The Crusading movement
The Crusades were military expeditions undertaken by Christian Europe between the 11th and the 17th century to recapture the Holy Land from the Muslims. The main crusading movement took place between the 11th and 13th century. The word crusade, which is derived from the Latin "Crux" was adopted by crusaders who adorned themselves with the symbol of Christianity: the cross.1 Crusaders wore a red cross sewn on their tunics to indicate their status as soldiers of Christ.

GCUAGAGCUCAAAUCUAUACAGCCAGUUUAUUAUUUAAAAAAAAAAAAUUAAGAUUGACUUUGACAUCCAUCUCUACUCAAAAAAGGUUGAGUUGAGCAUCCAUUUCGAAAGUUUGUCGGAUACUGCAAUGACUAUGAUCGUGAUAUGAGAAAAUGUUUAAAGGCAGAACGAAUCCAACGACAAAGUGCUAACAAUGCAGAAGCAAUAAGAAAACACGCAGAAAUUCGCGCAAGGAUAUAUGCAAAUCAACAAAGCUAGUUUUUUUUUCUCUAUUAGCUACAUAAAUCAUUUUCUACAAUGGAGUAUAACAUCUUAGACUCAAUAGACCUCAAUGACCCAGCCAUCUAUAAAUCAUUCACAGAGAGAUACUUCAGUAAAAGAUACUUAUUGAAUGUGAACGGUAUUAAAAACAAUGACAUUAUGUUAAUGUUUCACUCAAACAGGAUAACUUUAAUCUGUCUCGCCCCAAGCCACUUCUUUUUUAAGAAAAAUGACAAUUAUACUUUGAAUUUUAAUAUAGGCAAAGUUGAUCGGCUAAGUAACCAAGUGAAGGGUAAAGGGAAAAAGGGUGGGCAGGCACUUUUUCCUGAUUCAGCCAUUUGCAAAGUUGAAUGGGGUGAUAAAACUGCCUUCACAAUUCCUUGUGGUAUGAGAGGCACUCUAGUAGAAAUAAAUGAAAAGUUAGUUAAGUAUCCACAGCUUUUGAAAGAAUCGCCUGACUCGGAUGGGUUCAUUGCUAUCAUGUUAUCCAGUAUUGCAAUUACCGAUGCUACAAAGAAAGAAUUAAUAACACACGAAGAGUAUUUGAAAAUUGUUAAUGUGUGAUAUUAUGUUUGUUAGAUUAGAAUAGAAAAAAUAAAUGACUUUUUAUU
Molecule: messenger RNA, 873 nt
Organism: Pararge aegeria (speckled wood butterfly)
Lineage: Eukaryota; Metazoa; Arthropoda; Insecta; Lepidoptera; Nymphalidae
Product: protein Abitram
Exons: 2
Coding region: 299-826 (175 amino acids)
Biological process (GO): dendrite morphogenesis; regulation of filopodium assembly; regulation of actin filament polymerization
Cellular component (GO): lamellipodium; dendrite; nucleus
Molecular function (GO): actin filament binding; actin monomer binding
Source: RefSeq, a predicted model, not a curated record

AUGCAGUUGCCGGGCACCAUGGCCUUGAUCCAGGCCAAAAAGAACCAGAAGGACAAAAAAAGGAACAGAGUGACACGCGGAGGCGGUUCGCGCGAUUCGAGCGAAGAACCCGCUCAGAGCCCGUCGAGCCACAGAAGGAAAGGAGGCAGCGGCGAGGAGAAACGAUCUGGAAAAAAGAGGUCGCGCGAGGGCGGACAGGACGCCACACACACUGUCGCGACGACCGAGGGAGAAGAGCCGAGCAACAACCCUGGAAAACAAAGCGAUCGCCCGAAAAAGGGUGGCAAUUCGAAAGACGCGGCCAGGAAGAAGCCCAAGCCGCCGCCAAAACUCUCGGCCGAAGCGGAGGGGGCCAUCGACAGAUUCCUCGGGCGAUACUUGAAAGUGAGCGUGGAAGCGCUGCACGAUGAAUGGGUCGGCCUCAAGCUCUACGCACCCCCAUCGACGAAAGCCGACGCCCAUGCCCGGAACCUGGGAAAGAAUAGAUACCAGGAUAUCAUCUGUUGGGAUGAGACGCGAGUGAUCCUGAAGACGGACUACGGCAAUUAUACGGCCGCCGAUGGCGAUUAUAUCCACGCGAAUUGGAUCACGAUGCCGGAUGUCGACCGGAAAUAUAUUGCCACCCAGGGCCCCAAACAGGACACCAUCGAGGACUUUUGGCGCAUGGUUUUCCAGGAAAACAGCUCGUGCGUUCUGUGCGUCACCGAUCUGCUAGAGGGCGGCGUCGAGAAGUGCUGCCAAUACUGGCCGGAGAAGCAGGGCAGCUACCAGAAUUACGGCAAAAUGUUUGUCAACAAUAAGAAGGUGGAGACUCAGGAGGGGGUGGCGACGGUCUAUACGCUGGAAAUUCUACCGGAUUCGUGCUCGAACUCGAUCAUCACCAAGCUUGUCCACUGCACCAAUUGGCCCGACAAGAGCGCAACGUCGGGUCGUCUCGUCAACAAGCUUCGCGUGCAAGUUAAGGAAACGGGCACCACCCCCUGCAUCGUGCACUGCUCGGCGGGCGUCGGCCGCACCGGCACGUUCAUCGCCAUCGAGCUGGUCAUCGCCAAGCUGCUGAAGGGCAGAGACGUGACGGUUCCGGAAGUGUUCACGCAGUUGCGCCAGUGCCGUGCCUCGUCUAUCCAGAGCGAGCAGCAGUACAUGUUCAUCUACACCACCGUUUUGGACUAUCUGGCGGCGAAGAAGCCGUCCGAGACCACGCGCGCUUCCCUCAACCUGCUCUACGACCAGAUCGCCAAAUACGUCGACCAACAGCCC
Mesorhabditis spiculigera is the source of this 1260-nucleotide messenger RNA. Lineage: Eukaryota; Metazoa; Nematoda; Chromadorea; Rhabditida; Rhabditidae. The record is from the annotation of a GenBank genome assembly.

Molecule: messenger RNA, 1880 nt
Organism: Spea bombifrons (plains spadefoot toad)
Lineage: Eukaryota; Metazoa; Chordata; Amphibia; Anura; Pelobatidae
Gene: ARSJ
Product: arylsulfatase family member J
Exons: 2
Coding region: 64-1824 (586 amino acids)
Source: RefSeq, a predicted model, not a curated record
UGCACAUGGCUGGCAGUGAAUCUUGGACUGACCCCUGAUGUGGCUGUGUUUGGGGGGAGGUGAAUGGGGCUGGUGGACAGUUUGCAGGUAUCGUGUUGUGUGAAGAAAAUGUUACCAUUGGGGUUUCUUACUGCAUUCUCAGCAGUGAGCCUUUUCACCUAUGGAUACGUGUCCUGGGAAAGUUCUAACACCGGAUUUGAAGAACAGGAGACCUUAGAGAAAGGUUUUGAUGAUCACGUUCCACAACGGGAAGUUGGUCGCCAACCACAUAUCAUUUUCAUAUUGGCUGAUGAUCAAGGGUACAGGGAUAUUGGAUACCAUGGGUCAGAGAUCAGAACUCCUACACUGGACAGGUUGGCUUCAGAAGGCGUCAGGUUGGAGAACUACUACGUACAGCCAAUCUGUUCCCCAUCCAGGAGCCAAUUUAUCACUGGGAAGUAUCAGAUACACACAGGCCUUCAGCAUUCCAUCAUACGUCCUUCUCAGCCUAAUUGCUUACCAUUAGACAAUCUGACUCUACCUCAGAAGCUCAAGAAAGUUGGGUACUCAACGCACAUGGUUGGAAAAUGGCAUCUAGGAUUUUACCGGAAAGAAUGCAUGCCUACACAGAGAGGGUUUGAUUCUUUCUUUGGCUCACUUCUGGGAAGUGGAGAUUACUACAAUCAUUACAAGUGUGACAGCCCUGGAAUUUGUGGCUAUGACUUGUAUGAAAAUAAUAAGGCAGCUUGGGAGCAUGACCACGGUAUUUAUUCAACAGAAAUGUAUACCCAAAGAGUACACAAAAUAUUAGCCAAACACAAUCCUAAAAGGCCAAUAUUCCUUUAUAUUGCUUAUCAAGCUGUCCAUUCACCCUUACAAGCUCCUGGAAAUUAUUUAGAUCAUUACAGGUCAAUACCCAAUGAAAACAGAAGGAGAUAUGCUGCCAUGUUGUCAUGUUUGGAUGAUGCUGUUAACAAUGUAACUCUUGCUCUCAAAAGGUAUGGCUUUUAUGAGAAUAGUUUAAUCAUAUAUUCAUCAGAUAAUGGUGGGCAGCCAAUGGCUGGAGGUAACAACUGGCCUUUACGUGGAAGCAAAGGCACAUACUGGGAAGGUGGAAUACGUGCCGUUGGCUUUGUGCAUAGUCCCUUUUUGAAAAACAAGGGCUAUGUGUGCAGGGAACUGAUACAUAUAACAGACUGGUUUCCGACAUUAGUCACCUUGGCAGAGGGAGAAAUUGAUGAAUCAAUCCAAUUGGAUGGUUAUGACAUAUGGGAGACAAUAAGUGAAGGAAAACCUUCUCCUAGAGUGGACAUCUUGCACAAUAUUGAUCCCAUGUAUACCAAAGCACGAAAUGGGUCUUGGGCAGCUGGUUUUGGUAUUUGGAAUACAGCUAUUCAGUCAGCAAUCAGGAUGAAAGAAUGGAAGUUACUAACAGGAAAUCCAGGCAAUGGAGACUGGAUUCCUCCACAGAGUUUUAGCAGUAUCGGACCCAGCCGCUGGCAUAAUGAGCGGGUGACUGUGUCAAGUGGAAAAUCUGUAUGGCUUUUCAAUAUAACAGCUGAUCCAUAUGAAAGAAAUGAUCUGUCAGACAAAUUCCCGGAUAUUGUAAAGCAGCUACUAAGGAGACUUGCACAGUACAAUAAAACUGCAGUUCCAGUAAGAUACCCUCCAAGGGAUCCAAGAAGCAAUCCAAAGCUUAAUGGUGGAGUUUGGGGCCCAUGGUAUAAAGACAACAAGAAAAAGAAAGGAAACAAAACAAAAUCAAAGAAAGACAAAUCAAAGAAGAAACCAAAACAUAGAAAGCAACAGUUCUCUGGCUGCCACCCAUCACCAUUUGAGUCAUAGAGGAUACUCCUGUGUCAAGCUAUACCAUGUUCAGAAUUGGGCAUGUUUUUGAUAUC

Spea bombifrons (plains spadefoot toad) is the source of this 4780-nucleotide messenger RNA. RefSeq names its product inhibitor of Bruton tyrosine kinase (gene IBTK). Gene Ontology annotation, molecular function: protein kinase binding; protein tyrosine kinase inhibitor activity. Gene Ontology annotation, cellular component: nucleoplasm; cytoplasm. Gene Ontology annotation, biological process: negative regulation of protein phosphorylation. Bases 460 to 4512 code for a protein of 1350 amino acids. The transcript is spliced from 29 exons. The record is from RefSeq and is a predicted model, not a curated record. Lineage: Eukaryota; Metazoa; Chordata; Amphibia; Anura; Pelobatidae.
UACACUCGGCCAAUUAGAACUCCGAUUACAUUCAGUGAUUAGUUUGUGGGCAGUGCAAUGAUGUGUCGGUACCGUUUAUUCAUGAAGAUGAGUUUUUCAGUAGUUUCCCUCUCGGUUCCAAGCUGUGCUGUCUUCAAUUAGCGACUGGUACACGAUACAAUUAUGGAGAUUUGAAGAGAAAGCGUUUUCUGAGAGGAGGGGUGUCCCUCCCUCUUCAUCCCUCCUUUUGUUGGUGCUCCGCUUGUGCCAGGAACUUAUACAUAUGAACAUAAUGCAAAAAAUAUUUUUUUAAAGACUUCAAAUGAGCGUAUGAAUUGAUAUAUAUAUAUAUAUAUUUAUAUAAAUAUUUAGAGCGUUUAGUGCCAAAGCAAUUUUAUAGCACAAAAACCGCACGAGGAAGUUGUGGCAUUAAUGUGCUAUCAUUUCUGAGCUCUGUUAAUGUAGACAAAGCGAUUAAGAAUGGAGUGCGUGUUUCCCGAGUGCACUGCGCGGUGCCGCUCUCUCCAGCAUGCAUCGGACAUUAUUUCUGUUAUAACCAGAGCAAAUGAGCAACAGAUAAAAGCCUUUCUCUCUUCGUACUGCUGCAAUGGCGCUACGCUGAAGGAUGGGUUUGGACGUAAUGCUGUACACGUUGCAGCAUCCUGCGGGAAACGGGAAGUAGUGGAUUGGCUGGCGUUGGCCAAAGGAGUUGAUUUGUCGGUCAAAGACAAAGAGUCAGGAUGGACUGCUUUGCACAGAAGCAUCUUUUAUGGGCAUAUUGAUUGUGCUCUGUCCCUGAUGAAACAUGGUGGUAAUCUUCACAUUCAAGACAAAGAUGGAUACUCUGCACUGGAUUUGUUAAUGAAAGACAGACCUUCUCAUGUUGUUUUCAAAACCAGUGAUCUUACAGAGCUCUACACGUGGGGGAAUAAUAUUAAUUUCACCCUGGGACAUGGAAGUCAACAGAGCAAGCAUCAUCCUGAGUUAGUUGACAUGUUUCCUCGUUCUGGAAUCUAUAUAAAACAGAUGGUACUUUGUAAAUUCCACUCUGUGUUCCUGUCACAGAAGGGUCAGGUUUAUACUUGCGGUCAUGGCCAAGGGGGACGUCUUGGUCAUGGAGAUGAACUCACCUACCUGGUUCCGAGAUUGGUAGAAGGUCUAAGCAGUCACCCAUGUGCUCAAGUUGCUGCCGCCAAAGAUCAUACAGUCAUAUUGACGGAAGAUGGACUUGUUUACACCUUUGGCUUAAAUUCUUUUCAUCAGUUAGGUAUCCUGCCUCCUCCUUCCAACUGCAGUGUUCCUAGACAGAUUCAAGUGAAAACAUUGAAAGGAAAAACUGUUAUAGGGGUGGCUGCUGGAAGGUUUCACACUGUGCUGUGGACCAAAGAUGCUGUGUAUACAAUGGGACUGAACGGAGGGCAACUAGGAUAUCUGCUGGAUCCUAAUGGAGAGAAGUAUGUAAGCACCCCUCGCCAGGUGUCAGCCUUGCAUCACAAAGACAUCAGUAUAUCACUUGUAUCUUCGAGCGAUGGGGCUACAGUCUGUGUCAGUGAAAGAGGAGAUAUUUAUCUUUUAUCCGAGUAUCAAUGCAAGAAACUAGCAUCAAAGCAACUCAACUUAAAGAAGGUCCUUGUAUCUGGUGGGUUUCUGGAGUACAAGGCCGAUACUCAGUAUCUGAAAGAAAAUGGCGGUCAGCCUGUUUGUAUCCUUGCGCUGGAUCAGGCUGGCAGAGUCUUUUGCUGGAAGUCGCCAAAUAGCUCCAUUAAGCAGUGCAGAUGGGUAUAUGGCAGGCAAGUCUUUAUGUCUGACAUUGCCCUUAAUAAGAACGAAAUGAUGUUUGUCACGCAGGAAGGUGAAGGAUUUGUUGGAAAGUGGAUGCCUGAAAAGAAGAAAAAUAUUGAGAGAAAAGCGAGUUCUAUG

The causes of the Crusades were many and complex, but prevailing religious beliefs were of major importance. The Crusaders assumed a dual role as pilgrims and warriors. Such an armed pilgrimage was regarded as an acceptable war, because it was fought to recapture the places sacred to Christians. Jerusalem had been under Muslim rule since the 7th century, but pilgrimages were not cut off until the 11th century, when the Seljuk Turks began to interfere with Christian pilgrims. For Christians, the very name of Jerusalem made them had visions of the end of time and of the heavenly city. To help rescue the Holy Land fulfilled the ideal of the Christian knight. Papal encouragement motivated thousands to enrol in the cause. Political considerations were also important. The Crusades were a response to appeals for help from the Byzantine Empire, threatened by the advance of the Seljuk Turks. The year 1071 had seen both the capture of Jerusalem and a significant defeat of the Byzantine army at Manzikert, creating fear of further Turkish victories. In addition, the hopes of the papacy for the reuniting of East and West, the nobility's hunger for land at a time of crop failures, population pressure in the West, and an alternative to warfare at home were major impulses. In my opinion, the Crusades were equally a result of economic circumstances. The fabulous riches of the East attracted many participants; a campaign abroad appealed as a means of escaping from the pressures of...
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